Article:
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The cost of urbanization is a city's history and culture

By lexalee ( Updated: 2014-06-24 15:34

When Americans say “house”, they mean a freestanding building on its own lot. In China, “house” usually means an apartment in a high rise, since there's not enough land for separate houses - at least not in cities.

People in China live stacked on top of each other, and the high rise buildings in cities aren't pretty. Most Chinese cities just look crowded, grimy, and remarkably similar, whether you're walking at street level or you're living many floors above.

City planning in emerging markets is mostly about business development. If housing demand outstrips supply, developers just build high rises in the shortest possible time and try to sell them at the highest possible prices.

The United States went through its own period of urbanization earlier in its history and, for a while, many cities had thriving downtowns which served as financial and commercial centers. But, with more cars, highways, and a growing population, more people moved out of crowded cities into suburbs and commuted to work in their cars.

This migration led to the demise of many historic downtown areas. I've seen many sad abandoned buildings, crumbling but still beautiful, in different cities in the US. In more progressive areas where people value historic and cultural preservation, some buildings have been restored and revitalized, but others were torn down or remain empty hulks.

Before I first visited China in 2007, I had read about historic neighborhoods in Beijing being torn down to build hotels for the Olympics. I witnessed this everywhere in the city after my arrival. In fact, the lovely old hotel where I was staying was located next door to a construction site of a new hotel.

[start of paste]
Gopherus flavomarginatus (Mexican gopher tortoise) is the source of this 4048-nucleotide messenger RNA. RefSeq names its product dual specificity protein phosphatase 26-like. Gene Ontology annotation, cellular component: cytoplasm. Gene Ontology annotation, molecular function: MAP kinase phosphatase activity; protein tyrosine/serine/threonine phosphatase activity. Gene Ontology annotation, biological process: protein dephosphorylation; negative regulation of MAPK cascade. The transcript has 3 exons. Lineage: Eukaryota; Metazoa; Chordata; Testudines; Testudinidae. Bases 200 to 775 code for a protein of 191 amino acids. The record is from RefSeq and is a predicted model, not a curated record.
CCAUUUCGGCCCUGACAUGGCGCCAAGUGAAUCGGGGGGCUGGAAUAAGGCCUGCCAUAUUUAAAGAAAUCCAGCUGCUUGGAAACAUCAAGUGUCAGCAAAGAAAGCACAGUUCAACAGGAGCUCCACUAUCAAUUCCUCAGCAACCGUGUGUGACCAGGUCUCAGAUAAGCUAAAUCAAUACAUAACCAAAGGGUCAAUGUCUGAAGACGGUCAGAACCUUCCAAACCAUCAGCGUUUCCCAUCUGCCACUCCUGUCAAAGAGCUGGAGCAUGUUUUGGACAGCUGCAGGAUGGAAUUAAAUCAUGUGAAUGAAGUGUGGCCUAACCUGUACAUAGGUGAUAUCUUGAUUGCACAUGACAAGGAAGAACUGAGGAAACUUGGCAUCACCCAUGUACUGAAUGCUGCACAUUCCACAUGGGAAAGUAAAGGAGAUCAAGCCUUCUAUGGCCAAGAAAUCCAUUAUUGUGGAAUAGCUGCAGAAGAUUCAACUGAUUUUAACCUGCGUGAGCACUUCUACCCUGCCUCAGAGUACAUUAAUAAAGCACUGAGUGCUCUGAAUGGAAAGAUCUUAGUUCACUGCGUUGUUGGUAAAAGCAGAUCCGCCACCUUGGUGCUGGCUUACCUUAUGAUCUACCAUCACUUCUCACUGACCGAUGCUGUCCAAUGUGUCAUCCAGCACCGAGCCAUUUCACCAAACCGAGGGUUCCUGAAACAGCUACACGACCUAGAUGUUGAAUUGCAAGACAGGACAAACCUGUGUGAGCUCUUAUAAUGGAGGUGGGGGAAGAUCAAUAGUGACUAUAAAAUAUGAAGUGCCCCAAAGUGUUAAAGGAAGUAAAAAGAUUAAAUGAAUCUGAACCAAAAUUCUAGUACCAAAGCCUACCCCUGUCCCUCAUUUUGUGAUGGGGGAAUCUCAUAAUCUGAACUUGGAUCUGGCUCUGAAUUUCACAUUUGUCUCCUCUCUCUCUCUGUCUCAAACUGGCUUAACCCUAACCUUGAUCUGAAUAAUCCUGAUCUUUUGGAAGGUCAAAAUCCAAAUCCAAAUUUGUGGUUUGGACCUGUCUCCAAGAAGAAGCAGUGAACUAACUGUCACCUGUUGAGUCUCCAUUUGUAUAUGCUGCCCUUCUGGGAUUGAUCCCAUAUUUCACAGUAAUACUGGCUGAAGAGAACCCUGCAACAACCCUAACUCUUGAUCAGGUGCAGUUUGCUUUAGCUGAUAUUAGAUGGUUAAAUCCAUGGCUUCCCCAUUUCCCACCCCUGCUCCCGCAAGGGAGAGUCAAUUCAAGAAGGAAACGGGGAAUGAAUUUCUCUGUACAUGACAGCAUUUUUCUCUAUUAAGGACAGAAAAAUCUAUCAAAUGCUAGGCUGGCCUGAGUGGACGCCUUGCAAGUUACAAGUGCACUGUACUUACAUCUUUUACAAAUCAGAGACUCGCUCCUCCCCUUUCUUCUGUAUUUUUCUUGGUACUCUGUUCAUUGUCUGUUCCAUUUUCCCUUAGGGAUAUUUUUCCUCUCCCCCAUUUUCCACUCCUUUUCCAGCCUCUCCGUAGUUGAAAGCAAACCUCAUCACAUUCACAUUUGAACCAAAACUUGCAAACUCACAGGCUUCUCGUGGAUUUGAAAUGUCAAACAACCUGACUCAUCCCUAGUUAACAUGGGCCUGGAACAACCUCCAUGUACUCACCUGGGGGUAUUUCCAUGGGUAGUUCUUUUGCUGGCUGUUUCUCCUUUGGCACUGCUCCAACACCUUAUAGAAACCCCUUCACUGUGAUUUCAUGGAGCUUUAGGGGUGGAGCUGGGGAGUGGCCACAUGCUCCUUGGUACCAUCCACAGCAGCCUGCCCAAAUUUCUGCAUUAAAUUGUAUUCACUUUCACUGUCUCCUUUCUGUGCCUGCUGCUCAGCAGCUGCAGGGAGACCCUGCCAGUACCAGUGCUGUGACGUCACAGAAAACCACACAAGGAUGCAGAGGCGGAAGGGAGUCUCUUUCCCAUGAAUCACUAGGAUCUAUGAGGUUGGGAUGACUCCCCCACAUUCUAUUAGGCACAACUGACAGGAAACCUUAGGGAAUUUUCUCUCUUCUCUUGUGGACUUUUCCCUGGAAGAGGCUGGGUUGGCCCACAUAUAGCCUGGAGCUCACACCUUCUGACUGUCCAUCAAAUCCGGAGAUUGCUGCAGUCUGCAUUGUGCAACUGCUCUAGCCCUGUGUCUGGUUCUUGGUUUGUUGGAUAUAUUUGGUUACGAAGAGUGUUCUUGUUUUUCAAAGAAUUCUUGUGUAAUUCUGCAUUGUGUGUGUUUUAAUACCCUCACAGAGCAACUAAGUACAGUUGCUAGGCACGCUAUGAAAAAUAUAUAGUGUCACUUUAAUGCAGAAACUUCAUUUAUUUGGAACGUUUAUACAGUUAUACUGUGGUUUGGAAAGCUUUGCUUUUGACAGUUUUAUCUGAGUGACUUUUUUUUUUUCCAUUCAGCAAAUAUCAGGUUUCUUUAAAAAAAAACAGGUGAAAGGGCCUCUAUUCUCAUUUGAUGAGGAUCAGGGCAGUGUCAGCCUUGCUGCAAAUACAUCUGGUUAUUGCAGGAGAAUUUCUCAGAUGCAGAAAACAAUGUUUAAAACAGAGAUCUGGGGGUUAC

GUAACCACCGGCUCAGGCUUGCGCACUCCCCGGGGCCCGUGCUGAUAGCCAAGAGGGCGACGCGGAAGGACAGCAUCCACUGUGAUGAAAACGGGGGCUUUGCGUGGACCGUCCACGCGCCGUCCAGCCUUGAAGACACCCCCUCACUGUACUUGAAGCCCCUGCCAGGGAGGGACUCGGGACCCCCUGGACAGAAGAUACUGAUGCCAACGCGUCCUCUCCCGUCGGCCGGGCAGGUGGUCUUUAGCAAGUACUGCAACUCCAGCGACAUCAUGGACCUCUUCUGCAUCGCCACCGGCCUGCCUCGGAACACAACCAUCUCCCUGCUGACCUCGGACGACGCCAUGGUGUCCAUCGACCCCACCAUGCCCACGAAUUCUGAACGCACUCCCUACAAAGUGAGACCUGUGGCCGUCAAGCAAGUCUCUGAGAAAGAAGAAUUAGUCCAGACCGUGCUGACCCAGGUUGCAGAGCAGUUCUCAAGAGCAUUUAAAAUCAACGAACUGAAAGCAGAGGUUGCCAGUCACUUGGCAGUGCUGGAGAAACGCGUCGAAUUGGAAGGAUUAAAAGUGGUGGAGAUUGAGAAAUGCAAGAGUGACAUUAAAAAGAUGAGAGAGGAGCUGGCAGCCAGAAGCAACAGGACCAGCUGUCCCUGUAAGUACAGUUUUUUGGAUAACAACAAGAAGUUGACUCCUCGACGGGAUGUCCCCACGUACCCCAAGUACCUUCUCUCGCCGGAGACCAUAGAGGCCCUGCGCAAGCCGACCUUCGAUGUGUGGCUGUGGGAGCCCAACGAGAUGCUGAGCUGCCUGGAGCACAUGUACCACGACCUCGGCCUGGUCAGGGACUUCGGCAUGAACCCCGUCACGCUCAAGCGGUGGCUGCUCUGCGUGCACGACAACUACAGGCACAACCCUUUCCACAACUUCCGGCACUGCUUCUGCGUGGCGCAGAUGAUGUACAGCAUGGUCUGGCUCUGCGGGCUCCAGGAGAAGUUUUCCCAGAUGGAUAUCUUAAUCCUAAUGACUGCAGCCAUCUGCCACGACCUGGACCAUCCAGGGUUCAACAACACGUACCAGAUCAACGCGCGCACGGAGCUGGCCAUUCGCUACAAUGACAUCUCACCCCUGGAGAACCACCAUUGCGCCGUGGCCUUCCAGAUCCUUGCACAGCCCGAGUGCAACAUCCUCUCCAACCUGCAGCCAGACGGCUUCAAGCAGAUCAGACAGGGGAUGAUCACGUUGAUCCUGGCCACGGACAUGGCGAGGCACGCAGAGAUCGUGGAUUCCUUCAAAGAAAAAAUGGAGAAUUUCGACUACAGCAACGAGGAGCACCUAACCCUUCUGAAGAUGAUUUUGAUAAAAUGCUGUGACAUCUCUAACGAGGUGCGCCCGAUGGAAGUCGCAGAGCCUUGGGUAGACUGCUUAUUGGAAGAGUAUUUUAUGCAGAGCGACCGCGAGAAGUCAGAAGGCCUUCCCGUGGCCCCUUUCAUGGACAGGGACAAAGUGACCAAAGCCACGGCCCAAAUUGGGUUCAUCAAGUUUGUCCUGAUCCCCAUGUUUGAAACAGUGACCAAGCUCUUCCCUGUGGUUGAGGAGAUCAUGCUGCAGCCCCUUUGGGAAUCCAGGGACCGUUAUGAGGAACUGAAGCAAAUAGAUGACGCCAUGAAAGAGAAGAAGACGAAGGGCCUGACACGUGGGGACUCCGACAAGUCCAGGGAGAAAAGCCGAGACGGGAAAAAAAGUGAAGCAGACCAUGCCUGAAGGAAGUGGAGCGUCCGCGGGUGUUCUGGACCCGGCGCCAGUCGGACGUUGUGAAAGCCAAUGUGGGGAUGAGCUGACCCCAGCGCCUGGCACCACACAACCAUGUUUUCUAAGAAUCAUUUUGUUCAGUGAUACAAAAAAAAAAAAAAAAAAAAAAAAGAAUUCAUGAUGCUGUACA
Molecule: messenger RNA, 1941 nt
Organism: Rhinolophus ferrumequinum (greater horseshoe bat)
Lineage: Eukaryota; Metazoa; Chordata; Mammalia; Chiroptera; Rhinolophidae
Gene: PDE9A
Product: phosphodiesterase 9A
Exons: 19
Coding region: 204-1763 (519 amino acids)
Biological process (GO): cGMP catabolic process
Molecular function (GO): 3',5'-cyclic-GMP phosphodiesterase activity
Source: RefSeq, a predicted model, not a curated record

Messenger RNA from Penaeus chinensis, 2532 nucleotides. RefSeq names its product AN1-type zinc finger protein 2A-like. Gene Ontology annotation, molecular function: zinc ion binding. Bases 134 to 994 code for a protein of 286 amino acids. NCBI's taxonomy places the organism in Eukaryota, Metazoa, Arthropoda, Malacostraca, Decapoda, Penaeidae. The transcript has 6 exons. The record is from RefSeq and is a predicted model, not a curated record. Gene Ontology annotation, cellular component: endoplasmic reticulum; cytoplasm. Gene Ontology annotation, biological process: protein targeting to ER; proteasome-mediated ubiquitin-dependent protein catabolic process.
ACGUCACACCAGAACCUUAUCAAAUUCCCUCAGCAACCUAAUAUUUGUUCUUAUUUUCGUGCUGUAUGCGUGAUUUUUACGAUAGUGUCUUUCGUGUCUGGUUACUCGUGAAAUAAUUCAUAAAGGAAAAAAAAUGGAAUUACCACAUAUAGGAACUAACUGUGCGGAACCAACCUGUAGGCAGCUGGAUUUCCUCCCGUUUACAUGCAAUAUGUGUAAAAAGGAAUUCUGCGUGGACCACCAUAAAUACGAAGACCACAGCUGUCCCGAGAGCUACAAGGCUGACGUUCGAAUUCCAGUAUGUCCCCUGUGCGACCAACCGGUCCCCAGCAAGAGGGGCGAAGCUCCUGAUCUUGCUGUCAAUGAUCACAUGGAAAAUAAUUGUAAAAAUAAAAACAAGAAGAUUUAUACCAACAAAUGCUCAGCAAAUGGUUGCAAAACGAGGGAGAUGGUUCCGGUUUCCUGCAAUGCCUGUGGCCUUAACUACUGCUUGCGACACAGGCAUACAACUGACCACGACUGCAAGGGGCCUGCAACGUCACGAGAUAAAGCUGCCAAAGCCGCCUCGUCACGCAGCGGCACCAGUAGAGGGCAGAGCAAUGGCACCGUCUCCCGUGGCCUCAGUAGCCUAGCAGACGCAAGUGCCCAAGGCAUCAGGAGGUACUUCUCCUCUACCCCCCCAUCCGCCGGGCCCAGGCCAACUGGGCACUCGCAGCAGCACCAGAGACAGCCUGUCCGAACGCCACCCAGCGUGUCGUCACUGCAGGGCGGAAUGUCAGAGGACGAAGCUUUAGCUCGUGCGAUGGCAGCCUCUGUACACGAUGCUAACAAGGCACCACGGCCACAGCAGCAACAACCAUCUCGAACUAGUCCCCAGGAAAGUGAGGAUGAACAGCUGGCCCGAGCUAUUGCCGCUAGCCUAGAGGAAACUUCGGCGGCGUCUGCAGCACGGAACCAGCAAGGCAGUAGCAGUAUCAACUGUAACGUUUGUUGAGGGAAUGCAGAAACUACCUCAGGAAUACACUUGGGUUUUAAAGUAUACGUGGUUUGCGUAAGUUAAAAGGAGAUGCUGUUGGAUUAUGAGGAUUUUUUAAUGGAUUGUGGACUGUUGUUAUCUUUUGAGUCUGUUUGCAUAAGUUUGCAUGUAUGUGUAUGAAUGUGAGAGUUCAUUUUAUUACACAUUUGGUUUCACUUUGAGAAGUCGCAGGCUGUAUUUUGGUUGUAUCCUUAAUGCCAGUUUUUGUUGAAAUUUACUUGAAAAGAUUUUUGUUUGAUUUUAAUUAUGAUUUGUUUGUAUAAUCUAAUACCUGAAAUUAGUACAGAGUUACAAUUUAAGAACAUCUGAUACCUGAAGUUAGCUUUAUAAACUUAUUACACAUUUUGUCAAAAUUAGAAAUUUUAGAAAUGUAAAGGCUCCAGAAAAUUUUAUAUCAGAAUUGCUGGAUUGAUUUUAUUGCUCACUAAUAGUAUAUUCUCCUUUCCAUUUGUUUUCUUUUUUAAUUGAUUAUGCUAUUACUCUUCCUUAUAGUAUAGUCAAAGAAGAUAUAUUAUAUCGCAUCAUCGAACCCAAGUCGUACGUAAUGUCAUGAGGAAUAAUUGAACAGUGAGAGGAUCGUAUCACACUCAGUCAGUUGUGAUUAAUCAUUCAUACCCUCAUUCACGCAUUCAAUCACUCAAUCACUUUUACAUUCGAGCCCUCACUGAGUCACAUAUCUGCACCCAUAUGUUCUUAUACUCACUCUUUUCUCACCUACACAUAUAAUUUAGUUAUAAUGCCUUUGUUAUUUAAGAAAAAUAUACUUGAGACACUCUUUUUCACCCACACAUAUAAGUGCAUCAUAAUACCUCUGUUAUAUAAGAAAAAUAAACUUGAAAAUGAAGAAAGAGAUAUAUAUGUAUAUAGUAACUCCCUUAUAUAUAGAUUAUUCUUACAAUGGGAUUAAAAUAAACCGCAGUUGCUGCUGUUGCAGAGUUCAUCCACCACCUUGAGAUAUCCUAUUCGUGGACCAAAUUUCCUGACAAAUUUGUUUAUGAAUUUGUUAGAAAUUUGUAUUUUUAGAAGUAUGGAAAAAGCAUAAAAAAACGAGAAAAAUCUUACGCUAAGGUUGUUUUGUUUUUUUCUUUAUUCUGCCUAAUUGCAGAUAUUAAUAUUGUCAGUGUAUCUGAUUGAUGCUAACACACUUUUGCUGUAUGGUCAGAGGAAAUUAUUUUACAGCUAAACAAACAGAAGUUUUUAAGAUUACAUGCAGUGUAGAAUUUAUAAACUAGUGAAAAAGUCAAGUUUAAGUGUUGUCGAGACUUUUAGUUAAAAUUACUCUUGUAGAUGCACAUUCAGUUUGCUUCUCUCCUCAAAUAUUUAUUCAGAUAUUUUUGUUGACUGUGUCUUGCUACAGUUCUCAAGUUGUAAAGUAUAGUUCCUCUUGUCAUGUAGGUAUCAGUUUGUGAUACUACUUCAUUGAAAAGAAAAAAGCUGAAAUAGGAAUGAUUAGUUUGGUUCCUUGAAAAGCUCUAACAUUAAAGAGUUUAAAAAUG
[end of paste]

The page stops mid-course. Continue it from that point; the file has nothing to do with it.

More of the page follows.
Every morning I awoke to the sound of jackhammers. My hotel was scheduled to close for renovation - and I worried about its fate. During my visit, my uncle arranged a tour of several cities. I stayed in various hotels and saw many more. The big ones looked so similar, I wondered if they were all designed by people using the same basic blueprint. Steel and lots of glass. The light switches and toiletries were all the same. The sheets were all white.

My cousins complained that restaurants and businesses that had been in operation for years were being torn down, so there would be nothing left when you went there - and no one to tell you what had happened.

The point is - if the government mandates urbanization at the expense of the historical and cultural aspects of a city, every place ends up looking the same, with nothing special to distinguish itself. More and more high rises. Big malls, many of them empty. Who needs that? This is occurring wholescale in China, as the central government continues the urbanization process.

New Orleans, where I live, has an incredible variety of vivid architectural styles that reflect its remarkable history of European colonialism, grand Southern plantations, slave quarters, and almost every style of American building you can think of, old and modern, existing side by side. One author called it a city of “elegance and decadence”, where people value the old and like it to look old. Imperfections are part of what make this city memorable.

Still, some historic neighborhoods are gone forever. There once was a Chinatown near the French Quarter, the heart of the city. Its residents, most of whom worked on the sugar cane plantations, scattered to other places for better jobs. There is only one building of Chinatown that remains, and some old graves in one cemetery. So sad.

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